contact_matrix <- contact_matrix / max(Re(eigen(contact_matrix)$values)) # divide each row of the contact matrix by the corresponding demography # this reflects the assumption that each individual in group {j} make contacts # at random with individuals in group {i} contact_matrix <- contact_matrix / demography_vector n_demo_grps <- length(demography_vector) ## Population susceptibility As a starting scenario, consider a novel pathogen where all age groups have a similar, high susceptibility to infection. This means it is assumed that all individuals fall into a single category: fully susceptible. Full uniform susceptibility can be modelled as a matrix with values of 1.0, with as many rows as there are demographic groups. The matrix has a single column, representing the single susceptibility group to which all individuals belong. Code # all individuals are equally and highly susceptible n_susc_groups <- 1L susc_guess <- 1.0 Code susc_uniform <- matrix( data = susc_guess, nrow = n_demo_grps, ncol = n_susc_groups ) Final size calculations also need to know the proportion of each demographic group $$\{i\}$$ that falls into the susceptibility group $$\{j\}$$. This distribution of age groups into susceptibility groups can be represented by the demography-susceptibility distribution matrix. Since all individuals in each age group have the same susceptibility, there is no variation within age groups. Consequently, all individuals in each age group are assumed to be fully susceptible. This can be represented as a single-column matrix, with as many rows as age groups, and as many columns as susceptibility groups. In this example, the matrix p_susc_uniform has 5 rows, one for each age group, and only one column, for the single high susceptibility group that holds all individuals. Code p_susc_uniform <- matrix( data = 1.0, nrow = n_demo_grps, ncol = n_susc_groups ) #### Why susceptibility and p_susceptibility are matrices This example models susceptibility (susc_uniform) and the demography-in-susceptibility (p_susc_uniform) as matrices rather than vectors. This is because a single susceptibility group is a special case of the general final size equation. finalsize supports multiple susceptibility groups (this will be covered later), and these are more easily represented as a matrix, the susceptibility matrix. Each element $$\{i, j\}$$ in this matrix represents the susceptibility of individuals in demographic group $$\{i\}$$, and susceptibility group $$\{j\}$$. In this example, all individuals are equally susceptible to infection, and thus the susceptibility matrix (susc_uniform) has only a single column with identical values. Consequently, the demography-susceptibility distribution matrix (p_susc_uniform) has the same dimensions, and all of its values are 1.0. See the “Heterogeneous susceptibility” example for more on cases where susceptibility varies within age groups. ## Running final_size The final size of the epidemic in the population can then be calculated using the only function in the package, final_size(). This example allows the function to fall back on the default options for the arguments solver ("iterative") and control (an empty list). Code # calculate final size final_size_data <- final_size( r0 = r0, contact_matrix = contact_matrix, demography_vector = demography_vector, susceptibility = susc_uniform, p_susceptibility = p_susc_uniform ) # view the output data frame final_size_data #> demo_grp susc_grp susceptibility p_infected #> 1 [0,5) susc_grp_1 1 0.4160682 #> 2 [5,18) susc_grp_1 1 0.6888703 #> 3 [18,40) susc_grp_1 1 0.5379381 #> 4 [40,65) susc_grp_1 1 0.4639496 #> 5 65+ susc_grp_1 1 0.3042623 ### Visualise final sizes Code # order demographic groups as factors final_size_data$demo_grp <- factor(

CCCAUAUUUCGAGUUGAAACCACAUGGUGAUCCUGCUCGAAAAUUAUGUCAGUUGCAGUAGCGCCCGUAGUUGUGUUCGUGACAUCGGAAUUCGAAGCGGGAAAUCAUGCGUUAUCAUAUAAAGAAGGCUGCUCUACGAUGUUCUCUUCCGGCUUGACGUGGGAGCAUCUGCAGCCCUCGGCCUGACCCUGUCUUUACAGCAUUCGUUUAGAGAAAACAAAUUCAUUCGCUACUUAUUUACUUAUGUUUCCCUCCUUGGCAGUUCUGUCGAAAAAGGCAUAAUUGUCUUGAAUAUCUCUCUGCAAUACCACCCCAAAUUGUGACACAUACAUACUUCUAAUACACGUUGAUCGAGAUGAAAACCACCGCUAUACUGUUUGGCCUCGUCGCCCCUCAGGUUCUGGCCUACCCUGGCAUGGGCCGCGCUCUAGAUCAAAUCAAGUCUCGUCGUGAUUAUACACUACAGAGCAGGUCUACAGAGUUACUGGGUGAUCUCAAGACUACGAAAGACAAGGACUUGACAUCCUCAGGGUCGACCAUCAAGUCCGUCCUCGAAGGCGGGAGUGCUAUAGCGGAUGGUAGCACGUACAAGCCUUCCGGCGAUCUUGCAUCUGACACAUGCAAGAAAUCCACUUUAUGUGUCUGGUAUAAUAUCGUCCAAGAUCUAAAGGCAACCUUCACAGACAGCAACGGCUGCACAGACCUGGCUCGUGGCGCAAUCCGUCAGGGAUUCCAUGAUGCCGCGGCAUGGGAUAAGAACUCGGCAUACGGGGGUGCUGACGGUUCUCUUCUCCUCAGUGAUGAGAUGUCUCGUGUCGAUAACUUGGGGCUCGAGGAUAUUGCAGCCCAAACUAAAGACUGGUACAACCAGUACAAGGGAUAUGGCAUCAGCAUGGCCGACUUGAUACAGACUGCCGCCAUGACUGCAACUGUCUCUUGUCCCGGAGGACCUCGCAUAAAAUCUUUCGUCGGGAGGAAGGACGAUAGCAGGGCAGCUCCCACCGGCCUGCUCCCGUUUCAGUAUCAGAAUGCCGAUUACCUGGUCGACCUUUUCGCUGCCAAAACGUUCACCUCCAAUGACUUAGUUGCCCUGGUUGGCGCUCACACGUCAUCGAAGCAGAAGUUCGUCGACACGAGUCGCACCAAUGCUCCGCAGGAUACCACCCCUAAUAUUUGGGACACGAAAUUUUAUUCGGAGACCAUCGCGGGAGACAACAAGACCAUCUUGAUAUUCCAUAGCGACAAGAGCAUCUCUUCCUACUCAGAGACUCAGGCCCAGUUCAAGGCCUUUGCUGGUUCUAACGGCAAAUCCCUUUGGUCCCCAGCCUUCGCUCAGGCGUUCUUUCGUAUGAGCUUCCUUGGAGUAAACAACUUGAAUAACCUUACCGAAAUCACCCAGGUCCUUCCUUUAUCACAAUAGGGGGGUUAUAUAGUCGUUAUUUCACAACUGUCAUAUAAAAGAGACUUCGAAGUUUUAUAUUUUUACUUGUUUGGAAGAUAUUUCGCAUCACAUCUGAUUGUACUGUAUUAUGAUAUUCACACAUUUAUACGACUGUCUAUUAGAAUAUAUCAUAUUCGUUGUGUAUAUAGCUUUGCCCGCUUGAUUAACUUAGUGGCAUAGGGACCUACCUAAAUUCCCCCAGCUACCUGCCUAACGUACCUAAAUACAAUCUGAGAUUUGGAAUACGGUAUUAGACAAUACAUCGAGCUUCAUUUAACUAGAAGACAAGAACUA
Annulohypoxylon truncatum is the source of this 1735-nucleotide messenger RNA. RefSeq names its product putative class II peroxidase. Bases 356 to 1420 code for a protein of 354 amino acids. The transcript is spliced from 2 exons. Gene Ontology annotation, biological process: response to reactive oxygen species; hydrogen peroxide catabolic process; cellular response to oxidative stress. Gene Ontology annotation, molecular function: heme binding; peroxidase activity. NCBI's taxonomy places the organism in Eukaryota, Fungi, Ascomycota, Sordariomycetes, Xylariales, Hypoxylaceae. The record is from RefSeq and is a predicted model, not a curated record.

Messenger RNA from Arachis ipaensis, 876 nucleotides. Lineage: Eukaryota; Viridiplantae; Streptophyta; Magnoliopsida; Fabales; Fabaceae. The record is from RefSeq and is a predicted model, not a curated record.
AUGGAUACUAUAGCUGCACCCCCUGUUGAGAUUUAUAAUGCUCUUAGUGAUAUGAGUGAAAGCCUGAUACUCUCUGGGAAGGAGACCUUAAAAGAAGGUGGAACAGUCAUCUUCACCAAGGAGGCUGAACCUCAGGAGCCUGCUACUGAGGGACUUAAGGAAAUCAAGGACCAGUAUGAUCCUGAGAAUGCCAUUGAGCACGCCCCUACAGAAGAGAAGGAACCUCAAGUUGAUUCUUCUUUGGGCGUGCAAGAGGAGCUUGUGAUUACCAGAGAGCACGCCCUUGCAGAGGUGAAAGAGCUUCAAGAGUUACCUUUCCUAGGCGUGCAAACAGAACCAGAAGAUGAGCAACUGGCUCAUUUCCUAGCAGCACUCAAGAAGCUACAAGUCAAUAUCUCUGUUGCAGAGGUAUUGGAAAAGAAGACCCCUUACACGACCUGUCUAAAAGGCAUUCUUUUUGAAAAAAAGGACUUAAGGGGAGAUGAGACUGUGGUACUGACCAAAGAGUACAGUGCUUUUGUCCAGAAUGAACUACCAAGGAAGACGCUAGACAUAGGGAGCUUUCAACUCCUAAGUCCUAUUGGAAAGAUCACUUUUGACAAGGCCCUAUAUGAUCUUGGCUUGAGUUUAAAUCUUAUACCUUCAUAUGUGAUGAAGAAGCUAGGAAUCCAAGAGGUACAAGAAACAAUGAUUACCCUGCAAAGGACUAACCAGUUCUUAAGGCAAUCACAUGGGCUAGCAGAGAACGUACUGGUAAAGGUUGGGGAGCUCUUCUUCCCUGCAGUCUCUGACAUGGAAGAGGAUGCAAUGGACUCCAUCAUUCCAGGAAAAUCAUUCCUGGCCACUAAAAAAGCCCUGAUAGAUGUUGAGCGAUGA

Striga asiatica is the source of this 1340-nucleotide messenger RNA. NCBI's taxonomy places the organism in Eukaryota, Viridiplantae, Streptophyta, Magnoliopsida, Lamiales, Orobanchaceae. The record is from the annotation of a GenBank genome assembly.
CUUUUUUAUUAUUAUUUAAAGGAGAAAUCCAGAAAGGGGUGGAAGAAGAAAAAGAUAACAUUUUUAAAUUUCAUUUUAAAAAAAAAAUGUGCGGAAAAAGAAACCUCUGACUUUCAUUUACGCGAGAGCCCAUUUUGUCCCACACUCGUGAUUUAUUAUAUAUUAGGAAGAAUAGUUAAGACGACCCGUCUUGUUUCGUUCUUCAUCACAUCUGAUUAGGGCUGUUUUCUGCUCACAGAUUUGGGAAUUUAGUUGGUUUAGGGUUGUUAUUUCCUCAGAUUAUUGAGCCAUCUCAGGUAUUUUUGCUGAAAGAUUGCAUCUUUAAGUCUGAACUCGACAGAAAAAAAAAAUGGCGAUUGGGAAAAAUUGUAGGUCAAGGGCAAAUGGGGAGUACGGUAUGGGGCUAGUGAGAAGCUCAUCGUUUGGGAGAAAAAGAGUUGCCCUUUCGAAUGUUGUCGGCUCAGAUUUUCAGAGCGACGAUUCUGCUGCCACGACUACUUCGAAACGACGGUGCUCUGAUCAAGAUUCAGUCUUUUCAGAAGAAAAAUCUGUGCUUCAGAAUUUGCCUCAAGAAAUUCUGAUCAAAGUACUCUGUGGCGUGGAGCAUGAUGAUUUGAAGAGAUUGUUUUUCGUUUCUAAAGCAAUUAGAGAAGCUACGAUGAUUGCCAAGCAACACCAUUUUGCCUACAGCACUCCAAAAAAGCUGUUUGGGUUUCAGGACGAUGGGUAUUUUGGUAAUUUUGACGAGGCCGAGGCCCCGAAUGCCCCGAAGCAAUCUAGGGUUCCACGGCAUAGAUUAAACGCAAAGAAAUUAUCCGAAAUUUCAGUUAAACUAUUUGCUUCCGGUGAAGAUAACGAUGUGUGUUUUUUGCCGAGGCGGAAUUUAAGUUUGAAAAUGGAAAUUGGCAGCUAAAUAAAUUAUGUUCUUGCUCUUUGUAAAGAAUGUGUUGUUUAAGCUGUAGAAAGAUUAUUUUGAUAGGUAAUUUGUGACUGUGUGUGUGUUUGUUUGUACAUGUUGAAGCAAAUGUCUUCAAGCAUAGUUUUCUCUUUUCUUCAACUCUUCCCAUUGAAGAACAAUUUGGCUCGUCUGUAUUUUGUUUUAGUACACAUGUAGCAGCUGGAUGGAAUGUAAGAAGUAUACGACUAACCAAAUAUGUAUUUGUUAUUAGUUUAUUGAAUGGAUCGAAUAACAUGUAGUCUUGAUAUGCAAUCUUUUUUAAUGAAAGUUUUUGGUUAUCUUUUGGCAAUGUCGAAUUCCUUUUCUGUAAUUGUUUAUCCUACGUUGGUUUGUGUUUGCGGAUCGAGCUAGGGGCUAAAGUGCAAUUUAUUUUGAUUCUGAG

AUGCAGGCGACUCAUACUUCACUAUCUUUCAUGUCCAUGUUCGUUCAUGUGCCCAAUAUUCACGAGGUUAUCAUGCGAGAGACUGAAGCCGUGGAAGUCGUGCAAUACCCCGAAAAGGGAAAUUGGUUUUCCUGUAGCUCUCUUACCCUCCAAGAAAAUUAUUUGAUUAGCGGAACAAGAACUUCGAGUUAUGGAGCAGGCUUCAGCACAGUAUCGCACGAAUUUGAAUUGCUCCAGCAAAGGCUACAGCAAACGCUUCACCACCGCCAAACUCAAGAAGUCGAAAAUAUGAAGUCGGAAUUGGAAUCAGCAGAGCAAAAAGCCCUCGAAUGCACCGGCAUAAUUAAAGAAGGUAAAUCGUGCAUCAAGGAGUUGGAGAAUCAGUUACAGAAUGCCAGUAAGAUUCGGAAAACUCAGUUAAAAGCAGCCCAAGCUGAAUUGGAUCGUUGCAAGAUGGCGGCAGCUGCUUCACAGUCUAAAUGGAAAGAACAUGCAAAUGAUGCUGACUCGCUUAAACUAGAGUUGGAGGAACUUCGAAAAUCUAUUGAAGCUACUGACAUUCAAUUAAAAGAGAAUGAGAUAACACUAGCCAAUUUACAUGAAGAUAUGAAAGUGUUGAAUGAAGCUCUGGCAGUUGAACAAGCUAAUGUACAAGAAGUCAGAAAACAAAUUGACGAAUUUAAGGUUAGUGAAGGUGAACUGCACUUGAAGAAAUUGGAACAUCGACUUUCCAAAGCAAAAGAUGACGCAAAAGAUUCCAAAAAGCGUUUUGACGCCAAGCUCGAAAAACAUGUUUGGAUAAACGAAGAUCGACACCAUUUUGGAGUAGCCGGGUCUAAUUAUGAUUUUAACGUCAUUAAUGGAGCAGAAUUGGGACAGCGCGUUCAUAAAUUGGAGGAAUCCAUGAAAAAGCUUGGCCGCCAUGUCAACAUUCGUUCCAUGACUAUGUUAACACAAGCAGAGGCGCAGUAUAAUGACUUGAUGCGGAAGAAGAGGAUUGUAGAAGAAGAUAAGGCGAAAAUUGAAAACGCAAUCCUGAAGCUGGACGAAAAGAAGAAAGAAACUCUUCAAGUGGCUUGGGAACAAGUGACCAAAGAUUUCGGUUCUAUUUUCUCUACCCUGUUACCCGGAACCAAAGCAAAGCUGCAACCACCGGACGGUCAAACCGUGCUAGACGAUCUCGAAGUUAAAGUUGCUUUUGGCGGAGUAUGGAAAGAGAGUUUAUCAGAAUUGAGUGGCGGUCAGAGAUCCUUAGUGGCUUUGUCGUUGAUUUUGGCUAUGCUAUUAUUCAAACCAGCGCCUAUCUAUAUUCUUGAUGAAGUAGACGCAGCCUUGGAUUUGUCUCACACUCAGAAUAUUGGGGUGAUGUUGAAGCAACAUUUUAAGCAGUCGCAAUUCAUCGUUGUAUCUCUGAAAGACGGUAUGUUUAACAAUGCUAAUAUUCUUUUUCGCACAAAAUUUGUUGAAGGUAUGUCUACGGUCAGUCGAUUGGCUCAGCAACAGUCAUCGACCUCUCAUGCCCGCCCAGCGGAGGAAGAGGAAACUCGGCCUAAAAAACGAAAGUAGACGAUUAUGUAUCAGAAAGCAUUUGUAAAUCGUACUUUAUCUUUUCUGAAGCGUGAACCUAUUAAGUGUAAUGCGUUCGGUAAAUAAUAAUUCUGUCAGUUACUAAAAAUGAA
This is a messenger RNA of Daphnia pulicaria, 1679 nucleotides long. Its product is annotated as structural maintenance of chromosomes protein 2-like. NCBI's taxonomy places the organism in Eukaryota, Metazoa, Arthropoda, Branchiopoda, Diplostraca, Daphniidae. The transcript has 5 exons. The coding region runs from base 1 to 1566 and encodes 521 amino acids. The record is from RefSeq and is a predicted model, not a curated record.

final_size_data$demo_grp, levels = demography_data$age.group
)
Code
# plot data
ggplot(final_size_data) +
geom_col(
aes(
demo_grp, p_infected
),
colour = "black", fill = "grey"
) +
scale_y_continuous(
labels = scales::percent,
limits = c(0, 1)
) +
expand_limits(
x = c(0.5, nrow(final_size_data) + 0.5)
) +
theme_classic() +
coord_cartesian(
expand = FALSE
) +
labs(
x = "Age group",
y = "% Infected"
)

### Final size proportions to counts

finalsize returns the proportion of each age (and susceptibility) group infected in an epidemic outbreak. The final counts of individuals infected can be visualised as well, by multiplying the final proportion of each age group infected with the total number of individuals in that group.

The example below show how this can be done.

Code
# prepare demography data
demography_data <- contact_data$demography # merge final size counts with demography vector final_size_data <- merge( final_size_data, demography_data, by.x = "demo_grp", by.y = "age.group" ) # reset age group order final_size_data$demo_grp <- factor(
final_size_data$demo_grp, levels = contact_data$demography$age.group ) # multiply counts with proportion infected final_size_data$n_infected <- final_size_data$p_infected * final_size_data$population
Code
ggplot(final_size_data) +
geom_col(
aes(
x = demo_grp, y = n_infected
),
fill = "grey", col = "black"
) +
expand_limits(
x = c(0.5, nrow(final_size_data) + 0.5)
) +
scale_y_continuous(
labels = scales::comma_format(
scale = 1e-6, suffix = "M"
),
limits = c(0, 15e6)
) +
theme_classic() +
coord_cartesian(
expand = FALSE
) +
labs(
x = "Age group",
y = "Number infected (millions)"
)

## References

Miller, Joel C. 2012. “A Note on the Derivation of Epidemic Final Sizes.” Bulletin of Mathematical Biology 74 (9): 2125–41. https://doi.org/10.1007/s11538-012-9749-6.
Mossong, Joël, Niel Hens, Mark Jit, Philippe Beutels, Kari Auranen, Rafael Mikolajczyk, Marco Massari, et al. 2008. “Social Contacts and Mixing Patterns Relevant to the Spread of Infectious Diseases.” PLOS Medicine 5 (3): e74. https://doi.org/10.1371/journal.pmed.0050074.